“To promote sustainable business practices in Vietnam, it would be best to establish a set of clear and specific criteria that determines what qualifies as green business and green projects. This framework could be used as Vietnam’s green standards, which should be more or less aligned with international standards and be applicable to all sectors of the economy,” Huynh Buu Quang, Deutsche Bank chief country officer and head of Corporate Banking for Vietnam told VIR.

“Based on this, auditing/consulting firms could appraise projects and businesses to conclude whether they are going to be qualified as green or sustainable businesses/projects and could enjoy favourable treatments, policies, and financing terms.”

Besides that, such a framework could be a guide for all businesses that have plans to switch to green or sustainable production models, Quang added. “Ministries and relevant authorities would need to work together to build these criteria.”

When helping local businesses raise green funding from the capital market, Deutsche Bank often invites international consultant firms to help the bank’s clients meet green criteria based on international standards.

“To encourage more Vietnamese businesses operating in brown industries to switch to green or circular economy models, it would be helpful if Vietnam had similar favourable policies as have been put in place to attract foreign investment into the country. Once businesses have decided to transition to green and sustainable business models, most banks or investors will be more willing to invest or provide financing to support this kind of transition,” Quang said.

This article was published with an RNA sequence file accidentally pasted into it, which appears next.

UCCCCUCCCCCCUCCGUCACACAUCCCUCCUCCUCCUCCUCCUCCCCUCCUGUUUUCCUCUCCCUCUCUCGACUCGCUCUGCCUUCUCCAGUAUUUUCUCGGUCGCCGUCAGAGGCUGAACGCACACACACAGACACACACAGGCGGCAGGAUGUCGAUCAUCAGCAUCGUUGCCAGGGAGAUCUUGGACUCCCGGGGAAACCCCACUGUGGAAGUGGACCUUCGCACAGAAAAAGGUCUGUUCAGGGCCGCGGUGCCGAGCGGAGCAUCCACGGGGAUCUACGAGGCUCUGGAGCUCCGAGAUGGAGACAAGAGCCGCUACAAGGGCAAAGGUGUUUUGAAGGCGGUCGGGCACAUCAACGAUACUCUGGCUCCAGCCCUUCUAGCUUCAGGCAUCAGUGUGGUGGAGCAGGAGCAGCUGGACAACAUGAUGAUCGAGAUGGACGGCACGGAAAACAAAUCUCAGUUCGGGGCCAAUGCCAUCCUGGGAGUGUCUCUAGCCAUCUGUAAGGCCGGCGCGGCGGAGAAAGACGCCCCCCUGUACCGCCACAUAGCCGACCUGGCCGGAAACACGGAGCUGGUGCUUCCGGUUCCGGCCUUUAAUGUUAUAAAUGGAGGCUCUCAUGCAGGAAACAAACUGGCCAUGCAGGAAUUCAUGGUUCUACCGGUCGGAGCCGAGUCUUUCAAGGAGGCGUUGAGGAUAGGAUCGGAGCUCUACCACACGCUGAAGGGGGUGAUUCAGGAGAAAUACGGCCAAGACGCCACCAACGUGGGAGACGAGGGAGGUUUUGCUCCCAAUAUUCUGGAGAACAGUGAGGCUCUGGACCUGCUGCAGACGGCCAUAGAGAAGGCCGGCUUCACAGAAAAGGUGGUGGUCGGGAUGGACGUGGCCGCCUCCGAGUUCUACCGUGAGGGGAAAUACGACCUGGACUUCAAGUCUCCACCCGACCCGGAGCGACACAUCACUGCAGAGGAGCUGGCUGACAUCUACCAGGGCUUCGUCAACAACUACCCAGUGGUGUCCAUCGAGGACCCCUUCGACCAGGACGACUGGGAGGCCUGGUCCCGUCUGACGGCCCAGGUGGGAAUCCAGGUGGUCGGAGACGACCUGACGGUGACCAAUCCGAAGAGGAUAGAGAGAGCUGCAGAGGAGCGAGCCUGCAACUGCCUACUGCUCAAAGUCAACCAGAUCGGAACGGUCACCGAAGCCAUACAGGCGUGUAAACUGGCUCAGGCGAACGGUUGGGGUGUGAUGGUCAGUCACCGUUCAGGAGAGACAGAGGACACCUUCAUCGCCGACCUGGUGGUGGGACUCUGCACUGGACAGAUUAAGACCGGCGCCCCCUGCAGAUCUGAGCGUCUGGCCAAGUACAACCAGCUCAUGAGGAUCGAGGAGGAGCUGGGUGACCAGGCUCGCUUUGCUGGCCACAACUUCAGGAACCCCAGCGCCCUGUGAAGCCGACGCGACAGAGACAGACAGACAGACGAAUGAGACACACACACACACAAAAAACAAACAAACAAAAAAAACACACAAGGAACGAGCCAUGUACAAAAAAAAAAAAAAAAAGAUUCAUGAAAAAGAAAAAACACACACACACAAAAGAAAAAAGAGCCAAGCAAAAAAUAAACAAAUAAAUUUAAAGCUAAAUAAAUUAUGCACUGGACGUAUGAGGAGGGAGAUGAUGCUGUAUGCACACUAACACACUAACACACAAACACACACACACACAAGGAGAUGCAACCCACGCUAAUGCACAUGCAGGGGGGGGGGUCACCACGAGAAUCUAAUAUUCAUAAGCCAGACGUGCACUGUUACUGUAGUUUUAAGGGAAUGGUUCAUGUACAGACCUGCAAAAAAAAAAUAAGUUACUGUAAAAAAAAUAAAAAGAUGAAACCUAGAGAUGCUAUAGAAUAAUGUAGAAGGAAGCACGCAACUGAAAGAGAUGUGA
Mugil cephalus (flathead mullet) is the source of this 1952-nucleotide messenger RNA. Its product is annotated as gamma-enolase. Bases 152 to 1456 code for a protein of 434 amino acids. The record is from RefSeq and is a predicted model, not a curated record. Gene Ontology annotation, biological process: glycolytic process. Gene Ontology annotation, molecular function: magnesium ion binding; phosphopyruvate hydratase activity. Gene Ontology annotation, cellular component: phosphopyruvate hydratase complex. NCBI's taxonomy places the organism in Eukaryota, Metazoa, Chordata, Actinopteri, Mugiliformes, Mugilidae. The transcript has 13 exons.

Transiting traditional production methods to a green model is also an effective solution to mitigate carbon emissions – a process that needs huge capital and a suitable mechanism to resolve. One example is a change from coal-fired power generation to renewable energy.

At COP26 last year, Vietnam pledged to reach net-zero carbon emissions by 2050. The government agreed to phase out coal-fired power generation in the 2040s or sooner.

In Vietnam’s draft Power Development Plan VIII for the 2021-2030 period with a vision towards 2045, the total generation capacity of Vietnam by 2045 will be 333GW, of which 42 per cent will consist of solar and wind energy. The total needed investment is $127.5 billion, according to HSBC.

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In view of the important contributions of investment capital to the local economy, Vietnam needs immediate solutions to attract more FDI and strengthen its sources, according to experts.

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Creating favourable mechanisms for developing integrated eco-industrial parks is expected to make these investments more appealing to large foreign groups.

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Vietnam is becoming a destination for environmentally-friendly initiatives that can contribute to the circular economy. However, improvements from various sides will be necessary in order to lure truly sustainable investment.

By Oanh Nguyen